At six oclock Lord Winter came in. He was armed to the teeth. This man, in whom milady till that time had only seen a rather silly gentleman, had become an admirable jailer. He appeared to foresee everything, to divine everything, to anticipate everything.
A single look at milady informed him of all that was passing in her mind.
Ay! said he, I see; but you will not kill me to-day either. You have no longer a weapon; and besides, I am on my guard. You began to pervert my poor Felton. He was already yielding to your infernal influence. But I intend to save him. He will never see you again; all is over. Get your clothes together; to-morrow you will go. I had fixed the embarkation for the 24th. But I have reflected that the more promptly the affair takes place, the more certain it will be. To-morrow at noon I shall have the order for your exile, signed Buckingham. Au revoir, then. That is all I have to say to you to-day. To-morrow I will see you again, to take my leave of you.
And at these words the baron went out.
The supper was served. Milady felt that she needed all her strength. She did not know what might take place during this night, which was approaching portentously, for enormous clouds were rolling over the face of the sky, and distant lightning announced a storm.
Suddenly she heard a tap at her window, and by the help of a flash of lightning she saw the face of a man appear behind the bars.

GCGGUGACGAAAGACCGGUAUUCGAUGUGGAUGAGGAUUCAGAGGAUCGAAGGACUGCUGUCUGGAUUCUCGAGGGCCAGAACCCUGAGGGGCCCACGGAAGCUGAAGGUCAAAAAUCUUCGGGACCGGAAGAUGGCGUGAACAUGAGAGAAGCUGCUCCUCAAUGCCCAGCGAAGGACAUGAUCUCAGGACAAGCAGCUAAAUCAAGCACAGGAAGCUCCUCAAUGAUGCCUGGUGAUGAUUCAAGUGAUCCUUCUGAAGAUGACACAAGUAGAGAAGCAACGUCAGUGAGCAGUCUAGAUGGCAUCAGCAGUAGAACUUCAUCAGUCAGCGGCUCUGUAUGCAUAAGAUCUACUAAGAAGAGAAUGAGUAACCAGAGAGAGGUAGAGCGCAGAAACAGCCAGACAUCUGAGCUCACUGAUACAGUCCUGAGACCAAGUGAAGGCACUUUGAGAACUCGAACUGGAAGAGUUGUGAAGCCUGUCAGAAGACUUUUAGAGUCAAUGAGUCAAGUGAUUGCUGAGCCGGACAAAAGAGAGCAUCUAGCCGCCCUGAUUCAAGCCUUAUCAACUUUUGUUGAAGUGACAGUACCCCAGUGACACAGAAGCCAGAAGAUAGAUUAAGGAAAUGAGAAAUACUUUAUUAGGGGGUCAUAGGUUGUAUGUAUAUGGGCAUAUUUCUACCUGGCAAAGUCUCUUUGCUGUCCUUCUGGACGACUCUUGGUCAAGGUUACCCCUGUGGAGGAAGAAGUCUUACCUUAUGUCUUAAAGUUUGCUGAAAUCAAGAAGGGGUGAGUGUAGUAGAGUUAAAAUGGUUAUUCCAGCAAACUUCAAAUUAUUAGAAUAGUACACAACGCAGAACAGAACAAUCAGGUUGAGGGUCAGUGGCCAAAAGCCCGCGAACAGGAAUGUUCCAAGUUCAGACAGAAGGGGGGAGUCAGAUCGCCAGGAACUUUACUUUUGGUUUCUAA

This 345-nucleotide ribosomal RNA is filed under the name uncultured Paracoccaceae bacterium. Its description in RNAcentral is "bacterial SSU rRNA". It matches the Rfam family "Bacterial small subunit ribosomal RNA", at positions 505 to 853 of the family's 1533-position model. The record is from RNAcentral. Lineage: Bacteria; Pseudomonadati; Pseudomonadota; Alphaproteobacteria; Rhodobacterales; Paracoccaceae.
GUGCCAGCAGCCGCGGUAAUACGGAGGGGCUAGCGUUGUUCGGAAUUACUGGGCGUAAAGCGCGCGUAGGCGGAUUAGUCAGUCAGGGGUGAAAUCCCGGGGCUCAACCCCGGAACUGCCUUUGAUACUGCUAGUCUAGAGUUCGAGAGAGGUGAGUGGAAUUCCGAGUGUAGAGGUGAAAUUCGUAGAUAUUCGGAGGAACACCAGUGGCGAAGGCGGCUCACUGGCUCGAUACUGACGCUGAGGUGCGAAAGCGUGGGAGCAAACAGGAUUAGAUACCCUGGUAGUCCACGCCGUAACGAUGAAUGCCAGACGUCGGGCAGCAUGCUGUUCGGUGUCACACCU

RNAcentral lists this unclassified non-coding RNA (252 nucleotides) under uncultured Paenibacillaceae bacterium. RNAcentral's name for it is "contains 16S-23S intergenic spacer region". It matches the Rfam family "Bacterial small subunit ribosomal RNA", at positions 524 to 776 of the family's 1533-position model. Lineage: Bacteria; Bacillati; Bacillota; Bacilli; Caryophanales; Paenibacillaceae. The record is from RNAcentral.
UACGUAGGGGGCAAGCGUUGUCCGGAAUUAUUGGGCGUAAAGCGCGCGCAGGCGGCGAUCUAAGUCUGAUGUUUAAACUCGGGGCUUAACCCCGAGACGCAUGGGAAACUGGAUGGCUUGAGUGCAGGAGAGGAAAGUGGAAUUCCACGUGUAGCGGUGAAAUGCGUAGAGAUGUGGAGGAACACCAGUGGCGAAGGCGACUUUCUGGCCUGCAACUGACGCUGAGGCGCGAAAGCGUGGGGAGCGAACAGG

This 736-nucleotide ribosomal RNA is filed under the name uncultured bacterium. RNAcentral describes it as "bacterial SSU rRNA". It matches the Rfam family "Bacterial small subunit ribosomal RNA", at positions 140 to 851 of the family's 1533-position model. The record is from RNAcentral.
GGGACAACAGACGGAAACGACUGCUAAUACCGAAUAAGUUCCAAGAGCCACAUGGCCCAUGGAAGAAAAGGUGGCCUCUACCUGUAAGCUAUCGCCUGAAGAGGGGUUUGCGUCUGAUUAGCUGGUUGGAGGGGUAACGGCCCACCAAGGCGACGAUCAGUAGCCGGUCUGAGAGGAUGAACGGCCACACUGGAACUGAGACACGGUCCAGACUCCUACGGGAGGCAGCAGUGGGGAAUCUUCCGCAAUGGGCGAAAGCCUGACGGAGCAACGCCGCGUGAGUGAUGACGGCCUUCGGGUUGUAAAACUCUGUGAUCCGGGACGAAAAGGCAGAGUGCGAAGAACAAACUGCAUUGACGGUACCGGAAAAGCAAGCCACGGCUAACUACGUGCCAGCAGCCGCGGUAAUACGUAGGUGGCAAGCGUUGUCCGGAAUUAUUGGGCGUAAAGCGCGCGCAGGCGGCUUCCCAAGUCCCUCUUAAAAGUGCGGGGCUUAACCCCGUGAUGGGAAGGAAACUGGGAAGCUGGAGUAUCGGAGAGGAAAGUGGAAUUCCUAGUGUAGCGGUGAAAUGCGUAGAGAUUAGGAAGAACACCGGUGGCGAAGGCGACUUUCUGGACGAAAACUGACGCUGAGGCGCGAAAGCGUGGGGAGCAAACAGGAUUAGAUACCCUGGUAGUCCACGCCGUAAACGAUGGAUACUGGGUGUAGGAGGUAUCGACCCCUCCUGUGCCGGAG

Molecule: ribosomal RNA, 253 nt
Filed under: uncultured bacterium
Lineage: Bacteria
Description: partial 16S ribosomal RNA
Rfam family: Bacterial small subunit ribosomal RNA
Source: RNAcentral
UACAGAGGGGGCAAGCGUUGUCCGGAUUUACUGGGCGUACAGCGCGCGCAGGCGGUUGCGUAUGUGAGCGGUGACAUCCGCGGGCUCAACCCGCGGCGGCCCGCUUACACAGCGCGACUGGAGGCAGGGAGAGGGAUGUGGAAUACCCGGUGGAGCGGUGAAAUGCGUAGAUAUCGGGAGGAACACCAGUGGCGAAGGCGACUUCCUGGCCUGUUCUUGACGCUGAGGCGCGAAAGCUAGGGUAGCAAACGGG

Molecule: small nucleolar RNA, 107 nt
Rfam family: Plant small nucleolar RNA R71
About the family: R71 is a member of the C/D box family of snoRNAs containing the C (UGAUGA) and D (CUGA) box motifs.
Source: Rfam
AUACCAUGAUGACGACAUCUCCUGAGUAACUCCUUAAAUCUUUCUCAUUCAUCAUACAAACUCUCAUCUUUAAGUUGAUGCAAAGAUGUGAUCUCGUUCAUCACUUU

She ran to the window and opened it.
Felton! cried she. I am saved!
Yes, said Felton; but be silent, be silent! I must have time to file through these bars. Only take care that they do not see me through the grating of the door.
Oh, it is a proof that the Lord is on our side, Felton! replied milady. The grating is closed with a board.
That is well; God has made them mad! said Felton.
Milady shut the window, extinguished the lamp, and went to lie down on the bed. Amid the moaning of the storm she heard the grinding of the file on the bars, and by the light of every flash she saw Feltons shadow behind the panes.
She spent an hour scarcely breathing, panting, with a cold sweat on her brow, and her heart oppressed by frightful agony at every movement she heard in the corridor.
There are hours that last a year.
At the end of an hour Felton tapped again.
Milady sprang out of bed and opened the window. Two bars removed made an opening large enough for a man to pass through.
Are you ready? asked Felton.
Yes. Must I take anything with me?
Money, if you have any.
Yes; fortunately they have left me all I had.
So much the better, for I have expended all mine in hiring a vessel.
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